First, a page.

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39 Cards in this Set

  • Front
  • Back
Name the classifications of drugs that are commonly used as sedatives.
Anti-depressants, barbituates, benzodiazepines, typical antipsychotics, atypical antipsychotics; non-benzodiazepine sedatives (newest)
what is the main control center of the circadian rhythms of sleep and temperature?
the SUPRACHIASMATIC NUCLEUS (SCN) - part of the hypothalamus (located above the optic chiasm) - controls synchronized sleep according to patterns of light and dark
what endocrine gland does the suprachiasmatic nucleus regulate and what does it secrete?
SCN regulates the pineal gland (posterior to thalamus): PG secretes melatonin (hormones increases sleepiness)
what receptors does melatonin act on?
MT1, MT2, and MT3 receptors
What are the stages of normal sleep?
stage 1 (drowsiness), Stage 2 (light sleep), Stage 3&4 (deep, "slow-wake" sleep), REM (rapid eye movement "dream sleep", almost awake, occurs mostly in morning)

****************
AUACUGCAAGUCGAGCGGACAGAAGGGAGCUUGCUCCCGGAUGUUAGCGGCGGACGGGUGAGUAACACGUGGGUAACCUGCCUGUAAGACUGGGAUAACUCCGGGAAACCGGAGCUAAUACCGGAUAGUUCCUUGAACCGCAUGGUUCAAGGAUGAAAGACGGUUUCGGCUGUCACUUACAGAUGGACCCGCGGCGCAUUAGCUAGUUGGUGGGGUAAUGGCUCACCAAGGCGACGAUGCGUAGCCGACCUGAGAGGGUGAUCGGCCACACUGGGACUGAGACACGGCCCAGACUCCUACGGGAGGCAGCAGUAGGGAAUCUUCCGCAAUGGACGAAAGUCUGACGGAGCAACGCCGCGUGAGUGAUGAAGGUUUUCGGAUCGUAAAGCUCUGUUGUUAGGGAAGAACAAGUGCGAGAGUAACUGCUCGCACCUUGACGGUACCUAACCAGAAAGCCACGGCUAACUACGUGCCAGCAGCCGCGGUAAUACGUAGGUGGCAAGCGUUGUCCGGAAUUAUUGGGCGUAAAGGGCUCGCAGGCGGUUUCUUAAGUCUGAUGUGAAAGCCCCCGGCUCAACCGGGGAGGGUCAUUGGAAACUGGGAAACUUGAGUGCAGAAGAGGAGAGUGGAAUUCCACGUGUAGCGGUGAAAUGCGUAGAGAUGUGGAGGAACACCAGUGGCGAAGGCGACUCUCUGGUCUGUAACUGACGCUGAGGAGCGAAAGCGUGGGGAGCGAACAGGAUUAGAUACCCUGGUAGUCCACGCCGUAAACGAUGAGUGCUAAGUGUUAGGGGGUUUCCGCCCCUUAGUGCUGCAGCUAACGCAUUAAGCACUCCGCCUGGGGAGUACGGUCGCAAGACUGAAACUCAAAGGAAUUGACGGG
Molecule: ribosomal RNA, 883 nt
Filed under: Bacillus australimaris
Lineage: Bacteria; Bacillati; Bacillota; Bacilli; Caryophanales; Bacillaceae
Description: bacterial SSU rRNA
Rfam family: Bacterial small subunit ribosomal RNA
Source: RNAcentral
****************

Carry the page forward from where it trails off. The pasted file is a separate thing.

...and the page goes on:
explain the order of the sleep patern stages.
go 1-2-3-4-3-2-REM-2-3-4-3-2-REM (each cycle lasts ~90minutes)
explain when stages 3 and 4 occur and what about the stages length?
stage 3 and 4 occur early in the night and the length will decrease as the night progresses
what part of the CNS is responsible for arousal?
reticular formation in midbrain (extends from the medulla to the forebrain)
name the area and neurons that are important for promoting sleep.
ventrolateral preoptic area (VLPA) contains ventrolateral preoptic nucleus that inhibits other neurons that are responsible for wakefulness. it sends inhibitory GABA projections to places that keep you awake: locus coeruleus (NE), raphe (5-HT), and the tuberomammillary nucleus (histamine)
if you were to lesion the VLPA (ventrolateral preoptic area) what would happen?
lesions produce total insomnia, leading to death
what waves will predict the onset of REM? where is this activity first detected?